I imagine, should I be fortunate to sit as an MLA in the future, that personal rule will change somewhat to reflect the reality that I'd be getting paid to represent not the government per se, but rather specifically the people of the riding that elected me to represent them - so, OFF-THE-CLOCK, the opinions I express can be my own. ON the clock, however, a big part of my job is swallowing my own opinions in order to convey the message that my boss(es) tell me to.
Now, I'm a little unclear as to why, exactly, Iris Evans was at the meeting where this whole mess began. If she was invited to speak by organizers and was going to be paid directly by them, then she can say whatever the hell she pleases. If, in the Evans house, they call cribbage "backgammon", then she's perfectly within her rights to say so if she's speaking at a function as Iris Evans.
If, however, she was at that luncheon speaking as a representative of the government - and, therefore, the PEOPLE - of Alberta, then she made a big mistake in using that platform to express a personal opinion that, quite frankly, many people don't happen to agree with.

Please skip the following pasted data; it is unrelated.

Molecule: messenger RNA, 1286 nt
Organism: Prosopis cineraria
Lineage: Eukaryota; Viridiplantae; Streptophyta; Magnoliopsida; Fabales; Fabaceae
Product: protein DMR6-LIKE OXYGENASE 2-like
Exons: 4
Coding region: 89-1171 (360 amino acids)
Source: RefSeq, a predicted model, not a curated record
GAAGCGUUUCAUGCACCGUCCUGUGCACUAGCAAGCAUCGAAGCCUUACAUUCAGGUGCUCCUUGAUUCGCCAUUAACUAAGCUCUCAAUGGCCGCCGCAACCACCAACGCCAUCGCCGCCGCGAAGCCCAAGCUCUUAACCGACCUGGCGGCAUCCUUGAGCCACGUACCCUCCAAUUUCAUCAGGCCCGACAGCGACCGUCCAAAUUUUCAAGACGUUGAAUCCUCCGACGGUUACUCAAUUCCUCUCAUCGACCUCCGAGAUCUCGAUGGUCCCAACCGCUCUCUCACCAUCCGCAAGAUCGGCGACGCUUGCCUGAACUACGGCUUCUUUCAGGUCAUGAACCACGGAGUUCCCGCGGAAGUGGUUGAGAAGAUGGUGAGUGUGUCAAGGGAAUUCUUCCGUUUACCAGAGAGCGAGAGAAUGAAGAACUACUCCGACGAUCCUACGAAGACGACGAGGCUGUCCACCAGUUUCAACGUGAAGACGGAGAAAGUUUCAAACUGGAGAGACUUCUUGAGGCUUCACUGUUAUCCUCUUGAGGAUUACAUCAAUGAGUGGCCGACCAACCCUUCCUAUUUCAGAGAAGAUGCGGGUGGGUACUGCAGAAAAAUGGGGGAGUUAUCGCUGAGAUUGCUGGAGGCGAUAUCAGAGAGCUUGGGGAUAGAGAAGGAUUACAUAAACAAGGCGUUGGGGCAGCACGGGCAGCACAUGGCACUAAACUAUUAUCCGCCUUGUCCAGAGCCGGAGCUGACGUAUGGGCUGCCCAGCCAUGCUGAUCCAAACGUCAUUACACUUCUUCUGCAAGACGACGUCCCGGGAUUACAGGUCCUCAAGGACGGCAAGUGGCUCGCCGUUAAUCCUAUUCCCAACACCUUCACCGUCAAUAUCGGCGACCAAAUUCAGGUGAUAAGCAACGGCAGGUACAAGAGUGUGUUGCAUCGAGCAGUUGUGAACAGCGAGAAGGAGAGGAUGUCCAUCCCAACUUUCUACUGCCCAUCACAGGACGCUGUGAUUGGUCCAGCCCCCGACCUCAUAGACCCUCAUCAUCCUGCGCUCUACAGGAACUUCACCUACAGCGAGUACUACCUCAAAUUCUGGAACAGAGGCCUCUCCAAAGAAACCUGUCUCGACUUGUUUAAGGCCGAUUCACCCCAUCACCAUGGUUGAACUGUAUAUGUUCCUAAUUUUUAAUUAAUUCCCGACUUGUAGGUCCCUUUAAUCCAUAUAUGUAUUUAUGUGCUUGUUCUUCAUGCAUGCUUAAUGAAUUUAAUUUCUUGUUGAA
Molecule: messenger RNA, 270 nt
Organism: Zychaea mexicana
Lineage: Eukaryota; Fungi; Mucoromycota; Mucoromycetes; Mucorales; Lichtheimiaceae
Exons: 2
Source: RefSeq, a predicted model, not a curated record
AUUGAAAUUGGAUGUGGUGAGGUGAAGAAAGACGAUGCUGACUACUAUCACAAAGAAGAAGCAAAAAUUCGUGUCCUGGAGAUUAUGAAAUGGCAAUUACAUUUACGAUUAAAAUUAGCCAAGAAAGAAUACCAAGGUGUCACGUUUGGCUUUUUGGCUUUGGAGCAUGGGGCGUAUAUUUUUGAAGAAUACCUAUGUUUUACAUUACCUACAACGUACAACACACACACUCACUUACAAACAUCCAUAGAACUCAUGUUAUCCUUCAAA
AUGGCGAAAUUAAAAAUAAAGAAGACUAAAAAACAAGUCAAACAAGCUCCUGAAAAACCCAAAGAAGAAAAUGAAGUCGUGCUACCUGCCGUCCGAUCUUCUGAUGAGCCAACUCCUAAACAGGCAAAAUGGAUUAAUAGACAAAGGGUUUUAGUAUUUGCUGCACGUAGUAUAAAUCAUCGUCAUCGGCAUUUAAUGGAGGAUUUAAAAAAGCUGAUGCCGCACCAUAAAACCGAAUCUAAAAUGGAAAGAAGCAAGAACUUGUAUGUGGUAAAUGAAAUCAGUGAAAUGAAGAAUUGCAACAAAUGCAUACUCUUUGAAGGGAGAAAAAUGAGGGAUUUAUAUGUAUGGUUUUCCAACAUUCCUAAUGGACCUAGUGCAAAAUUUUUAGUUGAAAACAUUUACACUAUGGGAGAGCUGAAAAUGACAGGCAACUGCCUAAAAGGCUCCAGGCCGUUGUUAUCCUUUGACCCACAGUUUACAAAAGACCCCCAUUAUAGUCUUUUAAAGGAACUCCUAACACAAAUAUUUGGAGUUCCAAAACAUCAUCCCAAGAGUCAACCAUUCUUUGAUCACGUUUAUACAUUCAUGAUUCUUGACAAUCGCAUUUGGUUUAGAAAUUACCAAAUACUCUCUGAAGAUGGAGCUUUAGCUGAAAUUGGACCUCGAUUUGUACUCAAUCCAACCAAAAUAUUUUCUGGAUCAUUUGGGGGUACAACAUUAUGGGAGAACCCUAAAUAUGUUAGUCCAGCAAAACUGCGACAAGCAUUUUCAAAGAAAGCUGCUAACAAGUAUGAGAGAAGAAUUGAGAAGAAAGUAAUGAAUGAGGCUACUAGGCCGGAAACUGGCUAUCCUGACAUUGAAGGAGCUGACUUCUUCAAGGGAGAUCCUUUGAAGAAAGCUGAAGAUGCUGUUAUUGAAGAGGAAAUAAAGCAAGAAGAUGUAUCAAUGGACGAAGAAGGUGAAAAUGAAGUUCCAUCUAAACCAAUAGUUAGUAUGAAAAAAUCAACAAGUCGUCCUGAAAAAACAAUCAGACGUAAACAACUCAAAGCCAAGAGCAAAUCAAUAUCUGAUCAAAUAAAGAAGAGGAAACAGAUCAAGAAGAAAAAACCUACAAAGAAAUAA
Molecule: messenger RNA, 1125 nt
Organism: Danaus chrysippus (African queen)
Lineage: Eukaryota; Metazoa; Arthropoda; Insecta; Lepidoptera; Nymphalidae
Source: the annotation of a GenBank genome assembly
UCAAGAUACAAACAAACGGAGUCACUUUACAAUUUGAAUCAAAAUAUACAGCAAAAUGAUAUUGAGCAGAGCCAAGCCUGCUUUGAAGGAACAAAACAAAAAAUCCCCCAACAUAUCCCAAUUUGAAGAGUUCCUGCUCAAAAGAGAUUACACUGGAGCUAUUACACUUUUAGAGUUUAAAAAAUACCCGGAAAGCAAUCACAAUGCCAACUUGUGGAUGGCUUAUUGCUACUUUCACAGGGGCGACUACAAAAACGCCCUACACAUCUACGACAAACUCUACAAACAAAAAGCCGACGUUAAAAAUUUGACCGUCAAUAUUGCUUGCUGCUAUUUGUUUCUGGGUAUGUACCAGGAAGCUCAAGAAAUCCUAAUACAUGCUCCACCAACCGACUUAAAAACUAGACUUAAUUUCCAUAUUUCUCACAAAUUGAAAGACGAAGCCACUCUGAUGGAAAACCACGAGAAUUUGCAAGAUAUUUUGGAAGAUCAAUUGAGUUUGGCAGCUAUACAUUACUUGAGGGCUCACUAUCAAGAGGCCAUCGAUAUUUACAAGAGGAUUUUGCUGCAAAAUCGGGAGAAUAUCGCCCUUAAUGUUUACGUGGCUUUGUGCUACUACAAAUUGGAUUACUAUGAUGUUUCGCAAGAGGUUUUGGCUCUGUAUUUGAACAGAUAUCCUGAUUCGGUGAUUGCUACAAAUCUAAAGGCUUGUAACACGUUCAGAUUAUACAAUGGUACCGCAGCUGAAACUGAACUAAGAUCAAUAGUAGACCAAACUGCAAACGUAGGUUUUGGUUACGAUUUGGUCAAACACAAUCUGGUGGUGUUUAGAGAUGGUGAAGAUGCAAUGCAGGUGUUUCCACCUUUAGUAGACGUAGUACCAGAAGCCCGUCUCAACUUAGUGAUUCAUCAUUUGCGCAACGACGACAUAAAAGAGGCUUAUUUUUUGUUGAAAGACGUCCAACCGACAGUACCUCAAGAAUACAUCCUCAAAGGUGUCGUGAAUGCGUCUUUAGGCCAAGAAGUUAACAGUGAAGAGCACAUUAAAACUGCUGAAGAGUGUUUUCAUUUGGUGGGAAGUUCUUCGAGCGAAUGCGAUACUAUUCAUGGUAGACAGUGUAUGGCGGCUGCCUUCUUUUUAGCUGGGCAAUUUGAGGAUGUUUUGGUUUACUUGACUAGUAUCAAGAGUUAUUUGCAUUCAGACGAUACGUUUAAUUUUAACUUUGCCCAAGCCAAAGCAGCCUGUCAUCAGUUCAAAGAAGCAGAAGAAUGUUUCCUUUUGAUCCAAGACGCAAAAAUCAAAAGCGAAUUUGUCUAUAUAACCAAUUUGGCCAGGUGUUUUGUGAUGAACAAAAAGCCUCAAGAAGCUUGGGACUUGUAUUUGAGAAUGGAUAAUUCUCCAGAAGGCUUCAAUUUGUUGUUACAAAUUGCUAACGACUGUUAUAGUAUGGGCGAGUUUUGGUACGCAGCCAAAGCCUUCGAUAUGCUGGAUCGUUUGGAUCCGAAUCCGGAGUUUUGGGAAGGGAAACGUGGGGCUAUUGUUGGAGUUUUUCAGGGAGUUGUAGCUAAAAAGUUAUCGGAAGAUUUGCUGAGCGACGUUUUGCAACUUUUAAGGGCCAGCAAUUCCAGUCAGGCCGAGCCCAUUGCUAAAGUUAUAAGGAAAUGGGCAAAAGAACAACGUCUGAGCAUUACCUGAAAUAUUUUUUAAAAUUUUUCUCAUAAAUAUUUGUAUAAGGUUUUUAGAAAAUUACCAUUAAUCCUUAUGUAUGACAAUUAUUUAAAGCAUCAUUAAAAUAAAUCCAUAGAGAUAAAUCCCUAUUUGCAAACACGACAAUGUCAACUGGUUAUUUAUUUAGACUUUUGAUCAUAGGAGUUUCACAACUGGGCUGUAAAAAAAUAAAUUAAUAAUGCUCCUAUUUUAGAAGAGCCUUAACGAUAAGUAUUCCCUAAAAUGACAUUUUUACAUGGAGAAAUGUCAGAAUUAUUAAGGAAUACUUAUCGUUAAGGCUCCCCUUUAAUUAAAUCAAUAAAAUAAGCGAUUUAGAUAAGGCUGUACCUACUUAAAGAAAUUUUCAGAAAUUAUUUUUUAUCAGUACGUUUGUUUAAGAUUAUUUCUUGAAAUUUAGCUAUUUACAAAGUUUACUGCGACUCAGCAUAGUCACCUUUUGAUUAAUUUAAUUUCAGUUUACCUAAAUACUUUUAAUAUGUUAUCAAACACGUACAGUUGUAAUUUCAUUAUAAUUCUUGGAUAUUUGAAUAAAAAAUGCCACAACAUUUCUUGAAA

For the record: My mother stayed home with us until her youngest was in Grade One, and then she re-entered the workforce, because that's what she thought was best for us. I agree, it was what was best for US - for our particular family, and the particular children involved. Your circumstances are your own - and what is best for you and your kids is your own business, not mine or the government's.
If you listened quietly to the uproar from the Opposition parties following the Evans comments, you can hear almost a tinge of regret. Admittedly, they're massaging and spinning the heck out of this - and good on 'em. Kudos to their communications teams. However, you detect a hint of regret from them that the comments came from a FEMALE cabinet member... I'm sure they had press releases saved in the "just in case" folder decrying "Minister (fill in the blank) is a sexist and misogynist and this attitude pervades the Tory caucus", and instead they lost the ability to call Evans a sexist and misogynist, and instead have to sadly shake their heads for the cameras since Iris is so brutally and obviously backwards...
Just like my mother was.
And hundreds of thousands of other mothers in this province. And hundreds of thousands more who WANT to stay home with the kids, but can't afford to.
If Evans was waxing philosophical about her personal views on the company dime, that was wrong of her. But to attack her for her views is wrong on the part of the opposition - their focus should be whether she was representing the people of this province and went off-script into personal opinion. Her message, whether the Liberals or New Democrats like to hear it or not, is one that resonates with a LOT of people - and by attacking it, rather than the circumstances under which it was delivered, they're attacking a group that (minority opinion or not) deserves respect, not ridicule.